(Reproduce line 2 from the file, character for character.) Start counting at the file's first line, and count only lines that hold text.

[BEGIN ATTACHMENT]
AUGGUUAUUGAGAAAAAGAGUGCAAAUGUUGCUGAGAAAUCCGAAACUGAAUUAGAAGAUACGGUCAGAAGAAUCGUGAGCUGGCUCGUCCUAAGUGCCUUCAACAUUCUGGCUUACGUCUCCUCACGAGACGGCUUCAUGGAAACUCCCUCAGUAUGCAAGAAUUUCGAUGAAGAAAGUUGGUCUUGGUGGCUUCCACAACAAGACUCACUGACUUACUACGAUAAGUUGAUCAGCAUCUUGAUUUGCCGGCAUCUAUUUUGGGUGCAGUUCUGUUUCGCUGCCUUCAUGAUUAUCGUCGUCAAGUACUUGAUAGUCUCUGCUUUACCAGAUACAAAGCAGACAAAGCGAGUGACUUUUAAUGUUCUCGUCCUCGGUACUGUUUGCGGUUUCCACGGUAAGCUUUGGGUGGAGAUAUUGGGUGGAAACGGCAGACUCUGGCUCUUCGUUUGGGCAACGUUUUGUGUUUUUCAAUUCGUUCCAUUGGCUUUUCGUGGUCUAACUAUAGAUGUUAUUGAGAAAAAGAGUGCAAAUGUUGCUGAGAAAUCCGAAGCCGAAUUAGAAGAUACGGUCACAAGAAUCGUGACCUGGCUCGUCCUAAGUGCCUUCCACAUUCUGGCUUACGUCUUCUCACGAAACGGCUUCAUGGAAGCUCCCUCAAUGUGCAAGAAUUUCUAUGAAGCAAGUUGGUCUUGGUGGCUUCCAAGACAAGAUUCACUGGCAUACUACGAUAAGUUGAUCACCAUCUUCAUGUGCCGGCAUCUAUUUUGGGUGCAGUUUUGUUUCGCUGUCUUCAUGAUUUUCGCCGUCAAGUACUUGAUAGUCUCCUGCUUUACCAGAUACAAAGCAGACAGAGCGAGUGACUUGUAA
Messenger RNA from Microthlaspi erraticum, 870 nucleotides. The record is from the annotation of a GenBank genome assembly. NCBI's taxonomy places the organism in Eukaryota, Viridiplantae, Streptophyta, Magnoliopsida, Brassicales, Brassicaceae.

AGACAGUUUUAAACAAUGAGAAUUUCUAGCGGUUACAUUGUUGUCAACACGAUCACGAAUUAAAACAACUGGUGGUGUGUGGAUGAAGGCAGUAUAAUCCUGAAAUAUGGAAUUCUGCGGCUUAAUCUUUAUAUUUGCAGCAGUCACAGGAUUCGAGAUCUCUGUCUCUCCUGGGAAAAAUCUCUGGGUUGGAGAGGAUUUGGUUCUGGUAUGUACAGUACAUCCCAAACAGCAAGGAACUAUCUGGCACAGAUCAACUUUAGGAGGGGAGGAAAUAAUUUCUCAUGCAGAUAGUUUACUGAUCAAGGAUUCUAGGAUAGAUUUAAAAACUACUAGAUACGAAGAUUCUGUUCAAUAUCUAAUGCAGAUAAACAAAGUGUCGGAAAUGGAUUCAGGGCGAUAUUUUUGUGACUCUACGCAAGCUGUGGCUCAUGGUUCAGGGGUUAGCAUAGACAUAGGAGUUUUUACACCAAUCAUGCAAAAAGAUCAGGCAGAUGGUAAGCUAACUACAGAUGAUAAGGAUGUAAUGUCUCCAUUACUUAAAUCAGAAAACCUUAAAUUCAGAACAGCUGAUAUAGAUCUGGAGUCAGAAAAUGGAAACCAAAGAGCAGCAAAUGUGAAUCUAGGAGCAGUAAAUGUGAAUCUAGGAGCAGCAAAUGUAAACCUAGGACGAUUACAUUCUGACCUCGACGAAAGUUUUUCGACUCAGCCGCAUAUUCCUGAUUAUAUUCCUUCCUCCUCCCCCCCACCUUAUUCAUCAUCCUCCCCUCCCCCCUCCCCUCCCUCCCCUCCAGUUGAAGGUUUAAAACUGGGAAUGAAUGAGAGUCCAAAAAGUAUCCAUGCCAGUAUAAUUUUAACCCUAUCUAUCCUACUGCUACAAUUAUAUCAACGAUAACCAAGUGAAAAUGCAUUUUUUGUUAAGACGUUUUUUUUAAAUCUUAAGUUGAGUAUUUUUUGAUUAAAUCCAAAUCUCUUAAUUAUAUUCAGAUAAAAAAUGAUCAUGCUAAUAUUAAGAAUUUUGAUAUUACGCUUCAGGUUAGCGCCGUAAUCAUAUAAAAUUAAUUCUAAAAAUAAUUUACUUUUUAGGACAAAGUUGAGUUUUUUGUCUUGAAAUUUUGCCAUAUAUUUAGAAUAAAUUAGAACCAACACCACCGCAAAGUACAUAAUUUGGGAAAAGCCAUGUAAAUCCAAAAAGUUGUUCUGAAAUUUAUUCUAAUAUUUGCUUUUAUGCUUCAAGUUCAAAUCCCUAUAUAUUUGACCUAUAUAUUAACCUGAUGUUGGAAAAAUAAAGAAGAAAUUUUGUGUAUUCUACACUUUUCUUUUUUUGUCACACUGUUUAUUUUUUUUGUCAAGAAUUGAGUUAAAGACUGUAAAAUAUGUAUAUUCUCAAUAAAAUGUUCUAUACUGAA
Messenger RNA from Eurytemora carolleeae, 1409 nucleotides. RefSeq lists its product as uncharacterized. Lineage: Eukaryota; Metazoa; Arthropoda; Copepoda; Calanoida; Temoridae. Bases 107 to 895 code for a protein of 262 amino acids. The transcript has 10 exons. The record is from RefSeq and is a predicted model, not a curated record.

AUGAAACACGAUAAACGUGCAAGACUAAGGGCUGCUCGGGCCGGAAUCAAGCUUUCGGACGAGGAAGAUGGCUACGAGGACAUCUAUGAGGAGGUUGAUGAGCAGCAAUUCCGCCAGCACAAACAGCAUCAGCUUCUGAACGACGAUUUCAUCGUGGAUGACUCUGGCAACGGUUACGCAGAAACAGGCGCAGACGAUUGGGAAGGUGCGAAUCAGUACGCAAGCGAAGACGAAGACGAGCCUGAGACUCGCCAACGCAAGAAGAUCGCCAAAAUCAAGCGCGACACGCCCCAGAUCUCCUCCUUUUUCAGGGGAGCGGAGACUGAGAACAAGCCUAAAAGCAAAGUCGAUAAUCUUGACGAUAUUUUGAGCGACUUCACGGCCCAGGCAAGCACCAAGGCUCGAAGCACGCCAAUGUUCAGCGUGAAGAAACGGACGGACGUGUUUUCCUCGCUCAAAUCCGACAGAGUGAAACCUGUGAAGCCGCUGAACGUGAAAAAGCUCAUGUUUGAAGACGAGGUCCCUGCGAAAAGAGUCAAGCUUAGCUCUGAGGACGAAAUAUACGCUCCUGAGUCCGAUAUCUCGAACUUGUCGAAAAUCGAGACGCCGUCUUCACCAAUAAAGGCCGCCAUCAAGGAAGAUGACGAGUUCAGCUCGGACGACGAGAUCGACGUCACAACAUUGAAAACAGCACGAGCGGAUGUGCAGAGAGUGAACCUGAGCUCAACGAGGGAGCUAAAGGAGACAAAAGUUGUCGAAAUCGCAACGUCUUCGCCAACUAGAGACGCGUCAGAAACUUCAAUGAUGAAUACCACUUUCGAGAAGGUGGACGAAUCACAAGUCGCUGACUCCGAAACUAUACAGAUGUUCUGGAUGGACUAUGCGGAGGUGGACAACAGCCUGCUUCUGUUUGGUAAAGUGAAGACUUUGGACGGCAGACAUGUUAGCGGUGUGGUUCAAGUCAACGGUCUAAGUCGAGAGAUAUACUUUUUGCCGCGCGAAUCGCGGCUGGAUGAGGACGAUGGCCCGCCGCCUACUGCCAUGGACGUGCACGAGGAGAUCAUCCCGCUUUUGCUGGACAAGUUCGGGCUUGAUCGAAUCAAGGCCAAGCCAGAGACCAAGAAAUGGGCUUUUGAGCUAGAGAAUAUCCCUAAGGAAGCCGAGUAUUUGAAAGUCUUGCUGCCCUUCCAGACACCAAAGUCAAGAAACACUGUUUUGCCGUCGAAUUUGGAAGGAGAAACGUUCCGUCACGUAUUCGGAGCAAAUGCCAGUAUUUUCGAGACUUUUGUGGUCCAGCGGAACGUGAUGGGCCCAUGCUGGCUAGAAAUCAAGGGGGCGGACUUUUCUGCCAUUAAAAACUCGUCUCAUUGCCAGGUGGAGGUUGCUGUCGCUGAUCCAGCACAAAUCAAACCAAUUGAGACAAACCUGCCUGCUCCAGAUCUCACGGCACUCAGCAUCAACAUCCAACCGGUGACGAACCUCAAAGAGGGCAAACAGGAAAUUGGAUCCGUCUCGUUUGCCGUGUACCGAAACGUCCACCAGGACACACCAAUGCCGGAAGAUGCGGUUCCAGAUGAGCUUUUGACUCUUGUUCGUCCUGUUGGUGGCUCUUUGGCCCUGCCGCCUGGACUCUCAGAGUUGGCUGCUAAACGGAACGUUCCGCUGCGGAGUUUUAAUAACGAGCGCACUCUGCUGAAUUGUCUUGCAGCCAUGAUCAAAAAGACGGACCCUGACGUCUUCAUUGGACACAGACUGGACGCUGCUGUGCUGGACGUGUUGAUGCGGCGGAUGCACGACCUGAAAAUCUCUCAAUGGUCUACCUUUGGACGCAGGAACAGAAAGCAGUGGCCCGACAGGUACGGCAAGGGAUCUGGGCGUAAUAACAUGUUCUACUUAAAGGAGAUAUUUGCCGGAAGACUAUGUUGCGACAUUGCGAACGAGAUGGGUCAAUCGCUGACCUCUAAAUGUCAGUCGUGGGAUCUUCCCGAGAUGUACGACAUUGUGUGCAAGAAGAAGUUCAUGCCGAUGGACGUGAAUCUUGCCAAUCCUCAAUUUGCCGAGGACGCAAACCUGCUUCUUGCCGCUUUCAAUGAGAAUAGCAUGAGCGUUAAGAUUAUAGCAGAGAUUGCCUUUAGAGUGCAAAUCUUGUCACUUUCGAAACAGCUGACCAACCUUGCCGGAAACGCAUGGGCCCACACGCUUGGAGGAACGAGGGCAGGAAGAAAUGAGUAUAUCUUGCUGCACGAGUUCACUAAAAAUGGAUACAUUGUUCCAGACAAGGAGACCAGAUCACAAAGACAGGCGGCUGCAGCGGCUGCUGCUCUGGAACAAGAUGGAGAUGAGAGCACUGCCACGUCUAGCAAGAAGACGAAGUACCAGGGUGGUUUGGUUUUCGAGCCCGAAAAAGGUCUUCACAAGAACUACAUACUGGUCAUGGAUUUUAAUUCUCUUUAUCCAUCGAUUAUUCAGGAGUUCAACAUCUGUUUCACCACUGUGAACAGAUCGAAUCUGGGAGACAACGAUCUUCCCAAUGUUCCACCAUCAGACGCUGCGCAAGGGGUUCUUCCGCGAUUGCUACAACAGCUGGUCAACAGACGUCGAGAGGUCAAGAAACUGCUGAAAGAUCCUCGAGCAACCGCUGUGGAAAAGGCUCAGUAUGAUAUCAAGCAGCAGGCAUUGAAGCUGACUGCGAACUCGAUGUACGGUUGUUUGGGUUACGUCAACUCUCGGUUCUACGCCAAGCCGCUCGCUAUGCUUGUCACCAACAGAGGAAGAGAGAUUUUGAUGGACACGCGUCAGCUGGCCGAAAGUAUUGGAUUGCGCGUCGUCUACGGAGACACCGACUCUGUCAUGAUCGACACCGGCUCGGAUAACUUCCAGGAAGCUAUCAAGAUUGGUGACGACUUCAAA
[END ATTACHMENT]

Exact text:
Messenger RNA from Microthlaspi erraticum, 870 nucleotides. The record is from the annotation of a GenBank genome assembly. NCBI's taxonomy places the organism in Eukaryota, Viridiplantae, Streptophyta, Magnoliopsida, Brassicales, Brassicaceae.